Spanish and Portuguese Synagogue of Montreal

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Spanish and Portuguese Synagogue of Montreal
V11p629002 Synagogue.jpg
former Spanish and Portuguese Synagogue, Stanley Street in Montreal in use 1890–1947
Basic information
Location St. Kevin Street in Snowdon, Canada
Geographic coordinates 45°29′23″N 73°37′56″W / 45.489802°N 73.632098°W / 45.489802; -73.632098Coordinates: 45°29′23″N 73°37′56″W / 45.489802°N 73.632098°W / 45.489802; -73.632098
Affiliation Judaism
Rite Spanish and Portuguese
Status Active
Leadership Rabbi Avi Finegold (interim)
Architectural description
Architect(s) Charles T. Ballard
Completed 1947

The Spanish and Portuguese Synagogue of Montreal, also known as Shearith Israel, is a Montreal synagogue, located on St. Kevin Street in Snowdon, which is the oldest Jewish congregation in Canada. The Congregation traces its history back to 1760 and was formally established in 1768. It is affiliated with the Orthodox Union.

Some of the notable Rabbis of the synagogue have included Jacob Raphael Cohen (1738–1811), Abraham de Sola (1825–1882) and his son Meldola de Sola (1853–1919).

As of July 2017, the interim Rabbi is Avi Finegold. The immediate past Rabbi is Shachar Orenstein. Rabbi Howard Joseph, who has served the community since 1970, is Rabbi Emeritus.


The first synagogue building, and the first non-Catholic[dubious ] house of worship built in the province of Quebec, was built in the Old City on Chenneville Street in 1838. The Judeo-Egyptian style temple-like building had a front of cut stone, adorned with a portico with two columns. This was the only formal place for Jewish worship in Montréal until 1846. Charles T. Ballard, architect, designed a new and larger synagogue for the Spanish and Portuguese Congregation on Stanley Street in the Egyptian Revival style of architecture in 1887–1890.[1]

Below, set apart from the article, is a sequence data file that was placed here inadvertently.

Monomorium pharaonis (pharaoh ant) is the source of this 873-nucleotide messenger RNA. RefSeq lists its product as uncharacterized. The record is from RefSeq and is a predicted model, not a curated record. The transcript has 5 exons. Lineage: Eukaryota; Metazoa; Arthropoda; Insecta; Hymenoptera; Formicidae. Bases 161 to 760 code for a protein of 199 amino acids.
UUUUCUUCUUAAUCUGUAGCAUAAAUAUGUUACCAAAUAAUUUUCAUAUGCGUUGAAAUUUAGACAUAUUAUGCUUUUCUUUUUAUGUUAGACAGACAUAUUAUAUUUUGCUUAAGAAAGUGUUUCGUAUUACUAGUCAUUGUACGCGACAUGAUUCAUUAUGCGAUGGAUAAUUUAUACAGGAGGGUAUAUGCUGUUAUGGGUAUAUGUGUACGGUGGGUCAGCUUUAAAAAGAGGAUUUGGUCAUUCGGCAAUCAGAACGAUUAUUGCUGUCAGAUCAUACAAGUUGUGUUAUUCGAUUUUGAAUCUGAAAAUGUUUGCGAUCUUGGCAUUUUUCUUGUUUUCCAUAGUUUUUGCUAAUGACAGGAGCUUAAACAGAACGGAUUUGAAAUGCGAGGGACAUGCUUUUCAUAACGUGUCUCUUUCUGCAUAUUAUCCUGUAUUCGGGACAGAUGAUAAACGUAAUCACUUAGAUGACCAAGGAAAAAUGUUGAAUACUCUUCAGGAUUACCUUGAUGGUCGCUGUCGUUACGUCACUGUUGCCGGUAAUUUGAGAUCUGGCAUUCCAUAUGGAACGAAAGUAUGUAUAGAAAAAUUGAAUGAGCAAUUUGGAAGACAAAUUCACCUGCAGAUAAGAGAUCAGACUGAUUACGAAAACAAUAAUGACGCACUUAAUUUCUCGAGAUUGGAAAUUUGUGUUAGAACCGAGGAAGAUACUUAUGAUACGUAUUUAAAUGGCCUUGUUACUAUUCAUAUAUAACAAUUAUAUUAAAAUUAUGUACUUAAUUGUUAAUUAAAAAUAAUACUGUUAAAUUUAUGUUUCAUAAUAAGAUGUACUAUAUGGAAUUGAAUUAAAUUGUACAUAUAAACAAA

The congregation has been housed in its fourth premises in the Côte-des-Neiges–Notre-Dame-de-Grâce area of Montreal since 1947.

In the sanctuary, Torah is read to the congregation from the bimah and the Torah scrolls are stored in the aron kodesh on the east wall. The congregation face towards the east, and Jerusalem, in praying. The ornamentation features symbols such as Stars of David, signs of the zodiac and natural forms.[2]

See also[edit]


  1. ^ "Dictionary of Architects in Canada". Retrieved November 16, 2011. 
  2. ^ "Synagogues". Canadian Encyclopedia. Retrieved November 16, 2011. 

External links[edit]